Densho Digital Archive
Manzanar National Historic Site Collection
Title: Henry Fukuhara Interview
Narrator: Henry Fukuhara
Interviewer: John Allen
Date: November 6, 2002
Densho ID: denshovh-fhenry-01

[Correct spelling of certain names, words and terms used in this interview have not been verified.]

<Begin Segment 1>

JA: I'd be interested in going back and have you tell me a little bit about your family when you were a young man, where they came from, what they did.

HF: Well, my father first came to the United States in 19'- in 1898, and he did various -- he came into San Francisco. And he came with a group of his friends from Hiroshima, Japan, and he did various jobs. When I say various jobs, he worked domestic and he worked in the fruit orchards, and then I don't know how he managed but he gradually worked his way down to Southern California, and he started to grow flowers in Southern California and then he went into farming, and he went into farming and he grew potatoes and cauliflower in a community called Fruitland, which is just adjacent to Little Tokyo in Los Angeles. And this is during World War I, and as all the Japanese immigrants who came to this country, they -- as soon as they made their fortune they were going to go back home. So, my father did make his fortune growing potatoes and cauliflower during that era of World War I, and then he was free to take us back home to Japan.

And at that time I was about eight years old, seven/eight years old, and I didn't know... I knew that they were getting ready to go someplace, but I didn't know what was happening. But someone came along and talked to my father and talked him into making more money since, since his friend knew that my father had the money so he talked him into going back into farming again instead of quitting and going back to Japan. So, he leased some land in what is called, what is now the Riviera Country Club, and he leased, he leased the land with several other families in that area. And there was a place called the mesa, and my father farmed the lower part where the Riviera Country Club is and five or six other farmers, they grew on the flat land called the mesa. Then he lost his shirt, so to speak, growing tomatoes, he just couldn't make, didn't make it. But everybody thought -- from my recollection of the conversation -- that he was, the tomato, the plants looked good, and all this, that he was going to have a good crop and so on. But the market wasn't good, so the tomatoes, he couldn't sell the tomatoes, so the tomatoes -- most of the tomatoes went for ketchup.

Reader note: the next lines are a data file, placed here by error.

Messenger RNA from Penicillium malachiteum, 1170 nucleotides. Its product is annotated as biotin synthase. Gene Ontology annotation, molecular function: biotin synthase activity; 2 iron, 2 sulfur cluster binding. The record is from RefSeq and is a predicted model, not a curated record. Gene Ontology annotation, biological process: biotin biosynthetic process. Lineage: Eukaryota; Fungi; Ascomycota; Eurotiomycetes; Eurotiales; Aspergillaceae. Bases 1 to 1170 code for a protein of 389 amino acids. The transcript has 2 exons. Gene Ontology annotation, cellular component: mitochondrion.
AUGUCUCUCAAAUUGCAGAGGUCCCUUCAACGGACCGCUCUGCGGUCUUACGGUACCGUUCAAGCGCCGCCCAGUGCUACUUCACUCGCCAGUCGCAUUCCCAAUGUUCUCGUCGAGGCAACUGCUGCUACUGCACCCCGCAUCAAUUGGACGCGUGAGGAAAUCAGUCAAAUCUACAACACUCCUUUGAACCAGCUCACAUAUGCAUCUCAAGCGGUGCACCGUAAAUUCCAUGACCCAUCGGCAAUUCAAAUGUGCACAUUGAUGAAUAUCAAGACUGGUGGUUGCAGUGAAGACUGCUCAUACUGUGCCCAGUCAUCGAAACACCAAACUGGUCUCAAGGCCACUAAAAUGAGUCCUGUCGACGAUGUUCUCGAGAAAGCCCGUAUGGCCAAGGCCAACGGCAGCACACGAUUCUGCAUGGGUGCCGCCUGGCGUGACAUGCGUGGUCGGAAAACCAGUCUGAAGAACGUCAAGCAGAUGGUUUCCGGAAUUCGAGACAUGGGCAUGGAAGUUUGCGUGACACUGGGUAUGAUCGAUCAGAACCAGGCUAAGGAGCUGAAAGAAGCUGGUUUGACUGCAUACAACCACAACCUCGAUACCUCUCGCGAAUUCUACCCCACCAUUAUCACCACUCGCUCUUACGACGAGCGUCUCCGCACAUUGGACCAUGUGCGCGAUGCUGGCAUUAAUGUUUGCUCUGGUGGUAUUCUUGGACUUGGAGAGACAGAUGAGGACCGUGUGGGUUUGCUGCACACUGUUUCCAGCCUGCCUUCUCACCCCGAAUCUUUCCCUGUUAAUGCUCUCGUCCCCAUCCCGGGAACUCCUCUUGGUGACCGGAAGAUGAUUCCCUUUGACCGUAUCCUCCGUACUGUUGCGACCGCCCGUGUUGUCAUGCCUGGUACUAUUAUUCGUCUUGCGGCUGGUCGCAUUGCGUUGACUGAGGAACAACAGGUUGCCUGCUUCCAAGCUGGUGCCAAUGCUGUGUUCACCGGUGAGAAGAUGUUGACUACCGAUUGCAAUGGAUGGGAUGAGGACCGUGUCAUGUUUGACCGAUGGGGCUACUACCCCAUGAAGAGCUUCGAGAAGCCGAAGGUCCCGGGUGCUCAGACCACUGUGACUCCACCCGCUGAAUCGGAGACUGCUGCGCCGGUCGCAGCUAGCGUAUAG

And then he had to start all over again, and I got a little ahead of myself, but when he, when he went to the what was Mandeville Canyon, which was adjacent to where the Riviera Country Club is, he built a new cottage. I call it a cottage... it's a bungalow, I should say, and that housed the family moving from Fruitland. And after he went broke there, I don't know how he, how he managed after going broke that he moved that house up to the Pacific Palisades and he managed to lease some land up there large enough that it accommodated three or four other families, and then he could only stay there for two years. But he went up there and farmed, and then he moved, and then after the two years was up, in the meantime he was taking, he was taking the produce on a Model T touring car. He would strap the, his produce, which is lima beans and zucchini squash, and he would tie those on the running board in the back, in the back seat, and then I would -- I often went with him to the market. And then on the way back from the market, he noticed a palm tree on Wiltshire Boulevard that had, that had, like nuts on it, they were palm -- they were seeds, and, and they were on the ground, some were on the ground. So he asked, he went and asked if he could have those seeds and on the way home from the market we picked those seeds up. And he planted the seeds, and then after the seeds sprouted he transplanted them into, into boxes, and then from, from there he thought of going into the nursery business.